BLOG: When the national media gets it wrong


published on November 14, 2022 – 11:32
Written by Gabriel Dillard

If there’s one thing farmers enjoy — other than growing the food that feeds us all — it’s complaining.

If you’ve spent time with a farmer, you probably know this.

Whether it’s the weather, pests, their favorite sports team, water (or lack thereof), regulations or city dwellers, they have something to complain about.

Another pet peeve is how they are portrayed by the media. And when you consider what was presented as “fact” in a recent Forbes article, it’s easy to see why.

Last week, we shared a Forbes article titled “California Congressman Josh Harder’s FARM Bill Could Revolutionize Central Valley’s Biotech Ecosystem, Turn Almond Husks Into Yoga Pants” in our summary. morning – an email digest of local business stories from a variety of sources around the valley and country.

Part of this story caught the eye of a loyal reader who also happens to be a commodity trader. The lines in question:

“In addition to high water consumption, the almond industry produces a lot of waste in the form of shells and husks. These materials are usually discarded and burned. Not only is this wasteful, but it contributes to greenhouse gas emissions by returning all the carbon sequestered and stored in plant matter back into our atmosphere.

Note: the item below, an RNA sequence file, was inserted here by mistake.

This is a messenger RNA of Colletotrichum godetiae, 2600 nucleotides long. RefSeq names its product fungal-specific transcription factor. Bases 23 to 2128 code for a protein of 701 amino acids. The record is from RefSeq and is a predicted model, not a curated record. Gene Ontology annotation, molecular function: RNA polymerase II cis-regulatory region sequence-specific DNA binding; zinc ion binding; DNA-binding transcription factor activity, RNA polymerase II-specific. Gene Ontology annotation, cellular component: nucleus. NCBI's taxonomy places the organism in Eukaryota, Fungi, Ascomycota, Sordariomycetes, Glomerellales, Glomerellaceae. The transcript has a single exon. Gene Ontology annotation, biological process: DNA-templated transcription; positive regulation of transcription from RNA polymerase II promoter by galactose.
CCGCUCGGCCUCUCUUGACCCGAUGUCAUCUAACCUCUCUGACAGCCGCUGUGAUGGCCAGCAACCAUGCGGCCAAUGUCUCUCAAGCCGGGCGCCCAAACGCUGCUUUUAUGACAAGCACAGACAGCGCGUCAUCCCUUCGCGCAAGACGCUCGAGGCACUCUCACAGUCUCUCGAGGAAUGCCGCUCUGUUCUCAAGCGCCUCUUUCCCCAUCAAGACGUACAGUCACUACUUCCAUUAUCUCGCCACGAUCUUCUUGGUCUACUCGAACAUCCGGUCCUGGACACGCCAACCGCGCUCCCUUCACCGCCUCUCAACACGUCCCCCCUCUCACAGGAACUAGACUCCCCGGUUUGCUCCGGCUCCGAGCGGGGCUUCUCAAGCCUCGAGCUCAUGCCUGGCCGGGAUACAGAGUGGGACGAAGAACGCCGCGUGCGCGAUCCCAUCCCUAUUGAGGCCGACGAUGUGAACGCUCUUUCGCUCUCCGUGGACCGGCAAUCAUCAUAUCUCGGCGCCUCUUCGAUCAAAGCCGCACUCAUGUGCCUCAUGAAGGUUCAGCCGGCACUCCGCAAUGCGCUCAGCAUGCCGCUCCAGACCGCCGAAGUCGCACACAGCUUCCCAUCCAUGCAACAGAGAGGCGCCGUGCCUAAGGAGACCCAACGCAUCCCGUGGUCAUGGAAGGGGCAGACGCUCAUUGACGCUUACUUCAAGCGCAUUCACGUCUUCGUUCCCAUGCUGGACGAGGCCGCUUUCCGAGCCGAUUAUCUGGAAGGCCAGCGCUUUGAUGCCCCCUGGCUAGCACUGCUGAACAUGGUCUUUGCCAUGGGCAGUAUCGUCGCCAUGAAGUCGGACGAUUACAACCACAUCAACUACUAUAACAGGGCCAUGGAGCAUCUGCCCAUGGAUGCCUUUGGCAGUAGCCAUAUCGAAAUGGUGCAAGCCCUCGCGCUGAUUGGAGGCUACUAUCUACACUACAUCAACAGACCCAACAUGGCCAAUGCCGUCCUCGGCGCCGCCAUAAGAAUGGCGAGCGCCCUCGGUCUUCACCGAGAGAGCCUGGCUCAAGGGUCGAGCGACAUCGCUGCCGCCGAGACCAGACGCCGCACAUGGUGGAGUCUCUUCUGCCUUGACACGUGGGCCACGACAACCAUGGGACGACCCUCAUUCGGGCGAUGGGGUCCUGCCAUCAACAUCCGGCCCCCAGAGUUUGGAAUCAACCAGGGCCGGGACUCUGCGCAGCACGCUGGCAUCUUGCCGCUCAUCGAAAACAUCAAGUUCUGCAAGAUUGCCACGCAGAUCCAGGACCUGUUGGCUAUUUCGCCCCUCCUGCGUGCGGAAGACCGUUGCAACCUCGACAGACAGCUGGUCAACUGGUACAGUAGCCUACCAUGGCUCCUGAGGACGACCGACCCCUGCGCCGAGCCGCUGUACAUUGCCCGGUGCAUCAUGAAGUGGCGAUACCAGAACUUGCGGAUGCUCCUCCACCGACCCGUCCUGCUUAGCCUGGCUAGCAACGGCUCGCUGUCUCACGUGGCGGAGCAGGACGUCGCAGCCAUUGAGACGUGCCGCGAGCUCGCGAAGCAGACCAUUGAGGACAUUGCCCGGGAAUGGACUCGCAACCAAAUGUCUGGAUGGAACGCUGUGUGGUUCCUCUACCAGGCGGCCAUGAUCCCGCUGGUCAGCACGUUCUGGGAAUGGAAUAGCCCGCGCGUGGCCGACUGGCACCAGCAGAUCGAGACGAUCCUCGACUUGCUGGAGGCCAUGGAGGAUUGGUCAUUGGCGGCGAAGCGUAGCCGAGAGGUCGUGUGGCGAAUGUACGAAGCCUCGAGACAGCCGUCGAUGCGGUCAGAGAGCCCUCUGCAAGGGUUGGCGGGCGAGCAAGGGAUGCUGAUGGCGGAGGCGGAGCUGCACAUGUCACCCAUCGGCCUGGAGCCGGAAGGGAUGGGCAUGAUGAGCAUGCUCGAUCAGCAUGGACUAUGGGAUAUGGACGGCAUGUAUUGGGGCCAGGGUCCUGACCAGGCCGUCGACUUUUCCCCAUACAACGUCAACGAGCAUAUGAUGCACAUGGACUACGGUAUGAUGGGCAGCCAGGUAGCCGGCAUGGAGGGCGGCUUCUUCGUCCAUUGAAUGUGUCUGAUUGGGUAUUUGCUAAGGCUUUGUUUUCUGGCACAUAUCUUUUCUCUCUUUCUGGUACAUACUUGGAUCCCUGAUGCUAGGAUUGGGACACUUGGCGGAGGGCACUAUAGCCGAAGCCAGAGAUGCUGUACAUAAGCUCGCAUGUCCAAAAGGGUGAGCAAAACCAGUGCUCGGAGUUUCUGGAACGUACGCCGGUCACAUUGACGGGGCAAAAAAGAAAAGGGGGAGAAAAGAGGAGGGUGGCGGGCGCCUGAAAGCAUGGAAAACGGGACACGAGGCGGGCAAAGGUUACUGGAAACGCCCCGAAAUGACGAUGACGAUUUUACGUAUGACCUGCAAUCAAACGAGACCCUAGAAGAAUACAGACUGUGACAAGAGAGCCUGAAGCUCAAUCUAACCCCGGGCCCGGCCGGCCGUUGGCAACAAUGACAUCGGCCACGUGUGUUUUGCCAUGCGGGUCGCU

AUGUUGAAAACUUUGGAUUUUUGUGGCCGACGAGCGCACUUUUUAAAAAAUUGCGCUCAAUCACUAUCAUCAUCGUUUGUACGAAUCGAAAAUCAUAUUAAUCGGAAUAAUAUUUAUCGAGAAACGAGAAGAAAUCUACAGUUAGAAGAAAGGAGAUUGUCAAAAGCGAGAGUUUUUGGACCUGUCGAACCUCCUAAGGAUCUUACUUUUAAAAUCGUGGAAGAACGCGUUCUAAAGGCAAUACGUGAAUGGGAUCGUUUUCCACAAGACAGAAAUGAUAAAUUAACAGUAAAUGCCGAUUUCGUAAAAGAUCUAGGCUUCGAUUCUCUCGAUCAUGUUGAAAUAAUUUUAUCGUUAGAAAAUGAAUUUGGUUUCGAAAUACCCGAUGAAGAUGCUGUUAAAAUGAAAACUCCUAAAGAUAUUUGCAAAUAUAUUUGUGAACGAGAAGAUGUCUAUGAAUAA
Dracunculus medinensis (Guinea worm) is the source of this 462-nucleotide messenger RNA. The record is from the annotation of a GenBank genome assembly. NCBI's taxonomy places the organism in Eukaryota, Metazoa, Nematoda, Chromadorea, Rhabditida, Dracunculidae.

The reader had a particular bone to pick with the “generally tossed and burned” line.

The problem? That’s just not true, this reader pointed out. In fact, the by-product of almond production – called almond shells – is commonly used to supplement the diet of dairy cows. In fact, according to trade publication West Coast Nut Grower, the price per ton of shells for this year’s crop is forecast at $170.

That’s up from a 2020 average of $93.

An unfortunate aside: these little suckers are just waiting to burn, especially when stored in huge piles. When this happens, it’s not on purpose – and that’s big news.

Another thing about farmers: they know how to spend money. Think multi-millionaires in dusty Wrangler jeans. They are not the type to light cigars with hundred dollar bills.

Of course, it’s one thing not to be interested in how our food system works. For many, food comes from the grocery store. What can you do? It is quite another to spread false information. But as many Central Valley business interests know — including this news operation — the national media can paint in broad strokes.

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